Looking To Make Millions After College? Michigan State Students Look To E-Sports Fame
Some Spartans e-gamers want to turn their talents into streaming and competition careers.
EAST LANSING, Mich. – Making $10 million a year from a job is a nice gig.
Making that large amount, which was the income Tyler “Ninja” Blevins – a Metro Detroit-based e-sports star, was just another sweet year at the office for him.
Blevins streams his play on Fortnite to his legion of fans on Twitch. In turn, the streaming service allows creators like Blevins to stream and earn money in a variety of ways, such as having paid subscribers.
The idea of e-sports stars making as much money as NFL or MLB players is wild, but becoming a real career path for e-gamers. Players can go professional, making money from their skills and competing against the best of the best for championships.
Michigan State’s growing e-sports community is looking at the big picture – and the big money. At the collegiate level, there are more players and programs receiving funding to take advance to the next level.
Michigan State’s Counter-Strike: Global Offensive (CSGO) team competes in tournaments with large prize pools, bringing a strong source of income for players.
“The thing about Counter-Strike as an e-sport is that there’s no money being pushed in directly from the developer, it’s all just venture capitalists and people who just want to see the community grow,” said Josh Schwimmer, president of the CSGO club.
Schwimmer said the main Collegiate Star League is funded by a venture capitalist, with the sponsorship covering team registrations and the prize pool. The prize pool is currently $50,000, with first place taking home $20,000.
Outside of tournaments, individuals from the CSGO team will stream over Twitch. The Spartans aren’t bringing in Ninja level money, but as Schwimmer said they make a modest amount - about $30 a month.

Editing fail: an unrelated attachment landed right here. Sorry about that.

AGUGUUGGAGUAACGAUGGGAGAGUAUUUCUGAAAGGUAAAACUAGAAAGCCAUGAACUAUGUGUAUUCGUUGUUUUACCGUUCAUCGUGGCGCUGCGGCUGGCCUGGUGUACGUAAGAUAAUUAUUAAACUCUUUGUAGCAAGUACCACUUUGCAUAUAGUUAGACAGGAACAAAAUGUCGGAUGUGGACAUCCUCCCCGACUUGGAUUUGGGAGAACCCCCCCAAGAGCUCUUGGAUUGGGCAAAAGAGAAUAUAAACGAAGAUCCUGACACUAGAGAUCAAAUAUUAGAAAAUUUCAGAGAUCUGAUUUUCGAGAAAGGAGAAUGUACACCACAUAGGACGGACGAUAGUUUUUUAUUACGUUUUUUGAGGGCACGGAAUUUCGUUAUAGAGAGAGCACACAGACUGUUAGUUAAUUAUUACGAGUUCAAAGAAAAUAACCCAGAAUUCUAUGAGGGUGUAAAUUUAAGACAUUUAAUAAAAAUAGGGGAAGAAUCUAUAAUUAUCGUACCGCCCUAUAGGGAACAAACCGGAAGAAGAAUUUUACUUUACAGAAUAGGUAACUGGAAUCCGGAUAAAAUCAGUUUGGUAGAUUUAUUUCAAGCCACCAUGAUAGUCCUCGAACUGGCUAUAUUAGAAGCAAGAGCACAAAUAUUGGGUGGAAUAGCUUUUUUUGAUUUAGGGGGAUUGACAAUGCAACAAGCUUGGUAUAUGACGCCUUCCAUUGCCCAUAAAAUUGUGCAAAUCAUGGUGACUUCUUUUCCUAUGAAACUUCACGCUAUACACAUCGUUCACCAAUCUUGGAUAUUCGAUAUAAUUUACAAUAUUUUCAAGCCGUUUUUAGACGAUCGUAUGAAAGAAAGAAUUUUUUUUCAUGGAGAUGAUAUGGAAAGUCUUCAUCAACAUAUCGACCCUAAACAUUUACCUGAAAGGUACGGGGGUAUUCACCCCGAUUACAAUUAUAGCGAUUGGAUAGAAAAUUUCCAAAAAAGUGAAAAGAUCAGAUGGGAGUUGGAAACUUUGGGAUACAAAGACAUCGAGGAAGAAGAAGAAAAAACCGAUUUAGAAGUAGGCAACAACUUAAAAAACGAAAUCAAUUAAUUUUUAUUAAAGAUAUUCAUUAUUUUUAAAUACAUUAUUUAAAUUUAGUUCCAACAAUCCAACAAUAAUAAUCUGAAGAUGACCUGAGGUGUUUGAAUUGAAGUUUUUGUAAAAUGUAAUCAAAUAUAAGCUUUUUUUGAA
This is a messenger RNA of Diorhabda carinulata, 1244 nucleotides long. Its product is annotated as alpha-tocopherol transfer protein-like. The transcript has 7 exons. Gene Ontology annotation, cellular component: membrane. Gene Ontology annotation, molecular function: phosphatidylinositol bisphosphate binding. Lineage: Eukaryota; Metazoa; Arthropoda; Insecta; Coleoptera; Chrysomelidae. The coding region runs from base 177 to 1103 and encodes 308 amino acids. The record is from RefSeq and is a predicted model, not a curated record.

These sources of income help take the stress off a team that doesn’t receive a lot from MSU. The players pay their own way for tournaments and to play in the league.
This in contrast to the support e-sports is receiving at another public Michigan university - Western Michigan. The administration provides facilities, financial support and helps the students organize their teams
“It is interesting to see, especially having an overarching group as large as Western want to put that much effort into us,” said Trevor Cwiek, the president of WMU E-Sports. “I can at least say working with them on a personal level, working with them day to day on operations, planning events it’s amazing how much they’re willing to listen and work with us.”
Cwiek, a junior majoring in digital marketing, has seen the growth of e-sports first-hand at WMU. Their program may have only started a year ago, but in a short time, it has already been successful thanks to the support of the administration.
At the beginning of the year, Western Michigan’s president is pitched several initiatives that he can choose to go with and help with funding, according to Cwiek. It just happened that one of the initiatives was E-Sports.
Funding went towards putting 16 gaming PC’s in the university computer center and turning the Little Theatre into an E-Sports arena. The 190-seat auditorium is outfitted, according to WMU, with 36 gaming machines, of which six are competition computers.
The WMU’s push elevated the program. Cwiek said they have about 70 members, and have about 500 on their Discord - a group messaging app for the video gaming community.
It’s all surreal for Cwiek, as something he just loves to do has turned into something bigger.
“It’s honestly astonishing, sometimes I look and can’t even realize it,” he said. “It’s amazing to see your mom two years ago saying on Facebook, ‘My kid wouldn’t get off his damn computer.’ Now she’s saying, ‘So proud of my son working in e-sports’, it’s like “Oh 180 on that one’ and I can’t blame her, but it’s just interesting to see that.”
Both Schwimmer and Cwiek believe e-sports will continue to grow, and forward-thinking universities will help their students with the support to pursue becoming the next e-sports millionaire like Blevins.
“You either just grab on and go along for the ride, watch it soar or you can stay on the ground and watch it fly because it’s not stopping and its definitely going somewhere. You have so many people, just a massive untapped market that has never really been tapped into until the past couple of decades,” Cwiek said.